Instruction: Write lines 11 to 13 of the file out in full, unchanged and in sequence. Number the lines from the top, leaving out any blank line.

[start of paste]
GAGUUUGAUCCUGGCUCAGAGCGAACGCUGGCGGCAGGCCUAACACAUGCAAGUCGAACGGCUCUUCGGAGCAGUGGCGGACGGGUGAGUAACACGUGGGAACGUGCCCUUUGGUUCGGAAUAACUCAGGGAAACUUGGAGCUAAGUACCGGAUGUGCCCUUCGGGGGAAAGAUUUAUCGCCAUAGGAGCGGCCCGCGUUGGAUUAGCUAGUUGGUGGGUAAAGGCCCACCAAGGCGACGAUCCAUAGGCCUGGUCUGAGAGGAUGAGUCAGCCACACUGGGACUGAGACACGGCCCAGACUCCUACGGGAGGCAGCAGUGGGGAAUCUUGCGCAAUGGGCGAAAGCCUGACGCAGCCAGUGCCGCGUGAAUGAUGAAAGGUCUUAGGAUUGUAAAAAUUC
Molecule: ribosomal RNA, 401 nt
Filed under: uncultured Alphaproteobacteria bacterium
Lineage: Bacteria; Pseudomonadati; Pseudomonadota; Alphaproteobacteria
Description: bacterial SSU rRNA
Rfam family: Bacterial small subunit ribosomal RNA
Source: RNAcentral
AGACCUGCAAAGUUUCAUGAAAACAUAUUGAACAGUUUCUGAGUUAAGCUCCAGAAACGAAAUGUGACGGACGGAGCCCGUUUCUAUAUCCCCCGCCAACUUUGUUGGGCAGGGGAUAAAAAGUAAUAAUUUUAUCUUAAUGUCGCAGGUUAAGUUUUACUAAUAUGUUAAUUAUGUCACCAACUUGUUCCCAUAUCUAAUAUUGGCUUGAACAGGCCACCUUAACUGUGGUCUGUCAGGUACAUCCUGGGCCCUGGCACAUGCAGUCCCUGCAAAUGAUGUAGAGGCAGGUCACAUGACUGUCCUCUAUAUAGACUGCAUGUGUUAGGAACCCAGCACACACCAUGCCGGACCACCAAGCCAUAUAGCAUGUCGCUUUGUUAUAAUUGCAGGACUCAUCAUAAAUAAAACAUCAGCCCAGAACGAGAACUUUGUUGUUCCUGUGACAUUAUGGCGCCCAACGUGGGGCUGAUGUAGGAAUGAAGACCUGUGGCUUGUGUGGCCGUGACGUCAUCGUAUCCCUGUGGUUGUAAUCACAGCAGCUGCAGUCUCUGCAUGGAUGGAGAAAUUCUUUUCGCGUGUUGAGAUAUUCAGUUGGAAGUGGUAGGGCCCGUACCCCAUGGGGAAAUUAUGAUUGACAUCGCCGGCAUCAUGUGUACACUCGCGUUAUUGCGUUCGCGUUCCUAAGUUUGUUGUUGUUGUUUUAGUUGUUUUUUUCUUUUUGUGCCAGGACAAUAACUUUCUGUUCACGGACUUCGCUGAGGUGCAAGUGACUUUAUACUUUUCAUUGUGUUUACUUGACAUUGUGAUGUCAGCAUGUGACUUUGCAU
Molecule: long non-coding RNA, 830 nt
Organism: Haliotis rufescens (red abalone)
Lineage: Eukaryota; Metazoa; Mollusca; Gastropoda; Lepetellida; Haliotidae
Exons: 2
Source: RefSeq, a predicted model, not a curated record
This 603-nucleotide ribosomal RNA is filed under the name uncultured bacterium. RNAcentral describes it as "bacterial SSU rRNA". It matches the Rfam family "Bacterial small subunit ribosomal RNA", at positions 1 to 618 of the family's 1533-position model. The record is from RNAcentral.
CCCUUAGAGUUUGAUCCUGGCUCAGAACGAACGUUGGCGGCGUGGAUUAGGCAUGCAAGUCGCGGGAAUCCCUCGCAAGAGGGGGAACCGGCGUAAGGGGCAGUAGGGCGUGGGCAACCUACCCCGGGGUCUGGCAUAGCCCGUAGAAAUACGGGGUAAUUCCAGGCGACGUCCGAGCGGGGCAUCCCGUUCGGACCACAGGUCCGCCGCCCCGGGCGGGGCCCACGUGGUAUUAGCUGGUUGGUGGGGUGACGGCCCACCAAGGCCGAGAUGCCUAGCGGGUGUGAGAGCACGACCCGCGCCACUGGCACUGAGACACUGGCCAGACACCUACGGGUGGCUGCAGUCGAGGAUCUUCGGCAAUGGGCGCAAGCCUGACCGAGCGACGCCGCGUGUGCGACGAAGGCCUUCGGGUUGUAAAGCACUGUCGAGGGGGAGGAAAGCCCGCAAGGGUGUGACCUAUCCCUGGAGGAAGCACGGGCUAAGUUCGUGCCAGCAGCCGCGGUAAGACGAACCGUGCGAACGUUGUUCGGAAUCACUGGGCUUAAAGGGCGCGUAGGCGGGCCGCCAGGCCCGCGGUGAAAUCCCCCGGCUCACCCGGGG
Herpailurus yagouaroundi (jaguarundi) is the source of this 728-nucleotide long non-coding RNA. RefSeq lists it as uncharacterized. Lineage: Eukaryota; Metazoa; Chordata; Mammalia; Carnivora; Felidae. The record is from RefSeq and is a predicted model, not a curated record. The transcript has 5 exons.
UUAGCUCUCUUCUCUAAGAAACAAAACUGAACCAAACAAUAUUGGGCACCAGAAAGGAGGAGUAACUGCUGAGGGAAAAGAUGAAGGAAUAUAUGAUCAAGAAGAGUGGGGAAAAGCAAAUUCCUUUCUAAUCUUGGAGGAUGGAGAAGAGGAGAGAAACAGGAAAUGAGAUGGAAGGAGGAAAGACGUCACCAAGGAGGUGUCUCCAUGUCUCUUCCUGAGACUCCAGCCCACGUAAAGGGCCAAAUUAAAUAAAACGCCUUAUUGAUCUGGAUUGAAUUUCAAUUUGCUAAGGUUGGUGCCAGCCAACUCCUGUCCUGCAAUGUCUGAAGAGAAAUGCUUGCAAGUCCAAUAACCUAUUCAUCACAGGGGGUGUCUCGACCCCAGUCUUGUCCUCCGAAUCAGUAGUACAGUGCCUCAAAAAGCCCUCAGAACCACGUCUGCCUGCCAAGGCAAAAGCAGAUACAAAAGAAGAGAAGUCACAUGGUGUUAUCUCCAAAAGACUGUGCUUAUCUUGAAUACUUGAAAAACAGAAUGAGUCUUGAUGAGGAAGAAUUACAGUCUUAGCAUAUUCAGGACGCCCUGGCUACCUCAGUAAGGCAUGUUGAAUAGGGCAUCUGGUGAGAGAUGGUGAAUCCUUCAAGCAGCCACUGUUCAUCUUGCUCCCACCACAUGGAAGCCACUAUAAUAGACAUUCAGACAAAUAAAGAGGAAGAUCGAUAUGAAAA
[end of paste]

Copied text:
Lineage: Eukaryota; Metazoa; Mollusca; Gastropoda; Lepetellida; Haliotidae
Exons: 2
Source: RefSeq, a predicted model, not a curated record